Zhihua Jiang, professor and genome biologist with Washington State University’s Department of Animal Sciences, will conduct advanced research in Australia through a Fulbright U.S. Scholar Program award.

The U.S. Department of State and the Fulbright Foreign Scholarship Board announced Jiang’s award this week.

As a Fulbright Scholar, Jiang will research at the University of New England in Armidale, Australia, as part of a project mapping the complex links between genes and traits in animals. The team will create new tools and resources to advance how scientists identify and locate animal genes, understand what they do, and use them to benefit animals and society.

“I cannot thank the Fulbright Foreign Scholarship Board enough,” Jiang said. “This prestigious award truly strengthens my goals of being a globally engaged citizen. The new knowledge and innovative technology and resources gained during my stay in Australia will significantly advance my comparative genome biology program to the next level.”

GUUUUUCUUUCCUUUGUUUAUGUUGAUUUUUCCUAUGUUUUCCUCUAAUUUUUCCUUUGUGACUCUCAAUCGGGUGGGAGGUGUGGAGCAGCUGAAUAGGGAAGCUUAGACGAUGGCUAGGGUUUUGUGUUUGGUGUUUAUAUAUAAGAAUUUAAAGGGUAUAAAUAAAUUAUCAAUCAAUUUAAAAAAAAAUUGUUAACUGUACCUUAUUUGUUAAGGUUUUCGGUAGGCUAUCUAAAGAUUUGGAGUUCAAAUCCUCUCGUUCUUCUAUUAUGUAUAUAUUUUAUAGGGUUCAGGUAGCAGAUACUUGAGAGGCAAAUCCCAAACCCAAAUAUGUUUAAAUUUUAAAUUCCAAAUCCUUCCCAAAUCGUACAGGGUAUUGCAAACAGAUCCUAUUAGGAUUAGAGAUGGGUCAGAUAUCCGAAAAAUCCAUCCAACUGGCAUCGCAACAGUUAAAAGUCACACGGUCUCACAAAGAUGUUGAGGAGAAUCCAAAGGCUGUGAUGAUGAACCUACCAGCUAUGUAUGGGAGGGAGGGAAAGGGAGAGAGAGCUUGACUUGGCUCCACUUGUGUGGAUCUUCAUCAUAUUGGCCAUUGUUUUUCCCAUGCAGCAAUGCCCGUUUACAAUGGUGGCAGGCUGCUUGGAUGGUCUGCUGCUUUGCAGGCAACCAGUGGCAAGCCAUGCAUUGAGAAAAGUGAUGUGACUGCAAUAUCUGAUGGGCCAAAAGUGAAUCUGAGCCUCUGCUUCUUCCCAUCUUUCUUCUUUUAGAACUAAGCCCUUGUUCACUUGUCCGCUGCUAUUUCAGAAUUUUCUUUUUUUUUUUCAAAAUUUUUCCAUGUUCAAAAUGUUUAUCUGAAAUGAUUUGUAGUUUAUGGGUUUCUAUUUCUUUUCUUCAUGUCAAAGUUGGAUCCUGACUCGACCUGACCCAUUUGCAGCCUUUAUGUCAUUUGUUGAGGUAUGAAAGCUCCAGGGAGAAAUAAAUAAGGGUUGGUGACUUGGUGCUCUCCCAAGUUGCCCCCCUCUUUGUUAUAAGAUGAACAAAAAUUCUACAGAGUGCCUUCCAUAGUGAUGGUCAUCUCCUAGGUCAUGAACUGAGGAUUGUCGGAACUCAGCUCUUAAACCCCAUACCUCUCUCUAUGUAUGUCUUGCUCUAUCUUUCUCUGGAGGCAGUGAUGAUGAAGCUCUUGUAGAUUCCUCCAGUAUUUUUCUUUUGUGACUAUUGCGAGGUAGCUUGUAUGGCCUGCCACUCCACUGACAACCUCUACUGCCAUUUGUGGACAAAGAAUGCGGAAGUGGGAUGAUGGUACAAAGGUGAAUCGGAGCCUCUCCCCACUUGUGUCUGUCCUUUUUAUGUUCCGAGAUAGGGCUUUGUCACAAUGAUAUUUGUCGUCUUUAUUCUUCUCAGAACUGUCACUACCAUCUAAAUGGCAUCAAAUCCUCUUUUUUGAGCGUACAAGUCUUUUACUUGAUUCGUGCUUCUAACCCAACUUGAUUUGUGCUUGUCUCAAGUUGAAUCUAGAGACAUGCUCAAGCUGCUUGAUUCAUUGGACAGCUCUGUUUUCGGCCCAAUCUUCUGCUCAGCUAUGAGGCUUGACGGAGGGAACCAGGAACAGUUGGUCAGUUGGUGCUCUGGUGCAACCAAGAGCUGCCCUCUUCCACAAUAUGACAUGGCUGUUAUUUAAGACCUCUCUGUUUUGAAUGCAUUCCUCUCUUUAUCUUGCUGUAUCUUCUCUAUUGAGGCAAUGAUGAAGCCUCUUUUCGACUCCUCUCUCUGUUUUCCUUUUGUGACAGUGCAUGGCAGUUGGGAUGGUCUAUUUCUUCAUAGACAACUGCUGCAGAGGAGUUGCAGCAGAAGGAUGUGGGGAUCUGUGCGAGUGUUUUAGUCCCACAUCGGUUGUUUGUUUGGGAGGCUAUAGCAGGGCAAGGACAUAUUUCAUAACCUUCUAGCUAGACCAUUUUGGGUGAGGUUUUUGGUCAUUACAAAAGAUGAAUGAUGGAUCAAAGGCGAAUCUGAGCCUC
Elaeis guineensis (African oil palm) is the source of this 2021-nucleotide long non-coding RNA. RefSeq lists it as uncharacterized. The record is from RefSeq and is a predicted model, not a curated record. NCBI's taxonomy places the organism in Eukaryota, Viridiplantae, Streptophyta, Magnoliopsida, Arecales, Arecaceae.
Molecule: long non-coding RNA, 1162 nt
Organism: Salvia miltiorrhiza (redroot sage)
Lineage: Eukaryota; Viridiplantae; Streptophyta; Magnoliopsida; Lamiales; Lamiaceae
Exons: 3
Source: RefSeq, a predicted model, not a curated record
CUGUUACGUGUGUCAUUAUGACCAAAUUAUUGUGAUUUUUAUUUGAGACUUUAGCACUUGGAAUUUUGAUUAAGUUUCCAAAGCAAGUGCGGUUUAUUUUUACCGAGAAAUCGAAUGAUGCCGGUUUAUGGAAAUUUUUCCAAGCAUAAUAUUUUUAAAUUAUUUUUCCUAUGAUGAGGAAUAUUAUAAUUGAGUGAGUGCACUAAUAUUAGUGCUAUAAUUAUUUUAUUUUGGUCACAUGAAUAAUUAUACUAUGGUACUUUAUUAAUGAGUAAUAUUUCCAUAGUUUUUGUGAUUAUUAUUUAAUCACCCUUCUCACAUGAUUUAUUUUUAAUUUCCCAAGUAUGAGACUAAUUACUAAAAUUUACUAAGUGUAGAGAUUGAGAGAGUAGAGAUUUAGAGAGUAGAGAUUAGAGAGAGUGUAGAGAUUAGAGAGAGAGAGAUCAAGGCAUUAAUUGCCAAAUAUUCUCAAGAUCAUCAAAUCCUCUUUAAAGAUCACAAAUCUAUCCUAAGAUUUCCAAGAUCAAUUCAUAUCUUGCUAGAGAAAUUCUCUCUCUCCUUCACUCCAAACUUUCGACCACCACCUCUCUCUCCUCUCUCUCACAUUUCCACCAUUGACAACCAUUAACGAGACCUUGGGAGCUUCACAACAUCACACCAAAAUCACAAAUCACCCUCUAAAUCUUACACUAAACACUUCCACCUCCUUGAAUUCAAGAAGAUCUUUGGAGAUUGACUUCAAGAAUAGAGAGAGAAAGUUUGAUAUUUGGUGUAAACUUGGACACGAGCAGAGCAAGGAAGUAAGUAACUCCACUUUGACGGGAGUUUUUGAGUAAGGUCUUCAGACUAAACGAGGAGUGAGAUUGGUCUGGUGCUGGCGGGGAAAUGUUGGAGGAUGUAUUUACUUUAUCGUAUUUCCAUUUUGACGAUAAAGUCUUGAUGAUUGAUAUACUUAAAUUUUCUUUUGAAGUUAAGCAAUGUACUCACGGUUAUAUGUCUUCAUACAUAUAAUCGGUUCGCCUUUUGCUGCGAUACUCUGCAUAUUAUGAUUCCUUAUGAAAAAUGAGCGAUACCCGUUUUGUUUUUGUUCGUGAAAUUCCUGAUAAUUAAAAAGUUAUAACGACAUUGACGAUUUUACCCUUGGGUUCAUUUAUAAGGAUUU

A faculty member at WSU since 2002, Jiang is the Hatch Program Chair in Animal Biology and Biomedicine, conducting research and teaching in genome sciences and biotechnology.

He has received education and training in six countries, and supported scholars from eight nations at WSU while developing new techniques for discovery of genes that contribute to changes in inherited traits.

“We are now in the era of big-data science, so it is time to go back for more calculation,” Jiang said. “Scientists at the University of New England, Australia, are extremely skilled at developing new selection theories, novel methods, and innovative computational programs in genetic evaluation, genome selection and precision breeding. My research with this world-recognized team will help me build a more balanced program here at WSU.”

The Fulbright Program is the U.S. government’s flagship international educational exchange program and is supported by the people of the United States and partner countries around the world. This year marks the program’s 75th anniversary. Since 1946, Fulbright awards have provided more than 400,000 participants from more than 160 countries the opportunity to study, teach and conduct research, exchange ideas, and contribute to finding solutions to shared international concerns.

More information about the Fulbright Program is available online.